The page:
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As we mark World Environment Day (5th June 2019), we are starting to change mindsets but we still have a long way to go before alleviating our footprint on our planet. Misean Cara’s Project Officer Don Lucey highlights some of our funded projects that are making good inroads in the area of developing climate resilient communities in countries of the Global South. Read Don’s blog below.

Building Climate Resilient Communities

Climate change continues to have a major impact on the livelihoods of the poor. Over the coming decades, most of the growth in the world’s population will be in the Global South, where many people depend on rain-fed agriculture for their survival. Africa’s population is expected to double to 2.4 billion people by 2050. The demand for livelihoods and food security is on the rise. Even though two-thirds of the uncultivated arable land in the world is in Africa, the African farmer is increasingly susceptible to climate change. Notably, women and girls are more severely affected by climate change than men. They constitute the majority of the agricultural labour force in small-scale and subsistence farming, and encounter its effects at first hand. When food is scarce, female family members often get the smallest portions, thus compromising their health and well-being.

Today due to climate change and the diversion of water to the Rose industry, the water table has dropped and the local river has dried up. Photo: Don Lucey.

Our members’ focus on, empowering small-scale farmers, especially those who are furthest behind, to make them more resilient to climate trends and climate shocks such as more intense dry and wet seasons, droughts and floods. It complements the goals of the Irish Government’s policy for international development “A Better World”, to reduce humanitarian need, increase climate action and gender equality. It is also in line with SDG Goal 1 ‘Ending poverty in all its forms everywhere’ and Goal 2 ‘Ending hunger, achieve food security and improved nutrition, and promote sustainable agriculture’ and Goal 13 to ‘Take urgent action to combat climate change and its impacts.’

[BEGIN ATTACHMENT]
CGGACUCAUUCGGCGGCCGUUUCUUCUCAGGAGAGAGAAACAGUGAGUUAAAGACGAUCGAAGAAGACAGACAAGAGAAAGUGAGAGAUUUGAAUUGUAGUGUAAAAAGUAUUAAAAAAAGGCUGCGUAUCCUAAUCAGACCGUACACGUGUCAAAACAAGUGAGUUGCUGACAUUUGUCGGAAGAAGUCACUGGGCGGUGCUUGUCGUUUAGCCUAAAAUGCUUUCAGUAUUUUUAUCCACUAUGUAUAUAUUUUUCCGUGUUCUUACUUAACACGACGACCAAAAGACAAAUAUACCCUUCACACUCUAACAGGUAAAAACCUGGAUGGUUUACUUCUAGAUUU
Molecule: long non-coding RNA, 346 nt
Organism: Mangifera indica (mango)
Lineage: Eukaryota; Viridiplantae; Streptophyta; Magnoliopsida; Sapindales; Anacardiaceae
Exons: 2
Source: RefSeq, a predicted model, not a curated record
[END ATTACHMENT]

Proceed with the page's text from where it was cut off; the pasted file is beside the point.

In 2018, Twenty-five projects applied technologies aimed at adapting to the effects of climate change and mitigating greenhouse gas emissions, such as the use of hydroponics in crop production in Peru and restoring a silted-up lagoon in Indonesia. In Lima city, Peru, the Presentation Sisters have successfully run a Hydroponics pilot project, which is producing nutritious food in the slum hills without any soil.

Sr. Regina Toomey and members of ADSOPUR visit a hydroponic vegetable production unit in San Juan de Lurigancho, Lima. Photo: Adsopur

In Cilacap Regency, Indonesia, the Oblate Fathers are working with the local rice farming community to be more climate resilient through sustainable farming on 150 hectares of failing rice fields. The project is diverting damaging silt run-off from reaching the Lagoon and the fish spawning grounds and mangroves, thus reversing the environmental damage. The nutrient-rich silt is an excellent fertiliser for the rice fields. They are also supporting people to grow mangrove trees from seed and sell plants to Government agencies for a planting program further downstream in the delta, as recommended in the Environmental Impact Assessment Report. The project team have also persuaded the government to plant trees and shrubs in the uplands to lessen soil erosion into the lagoon.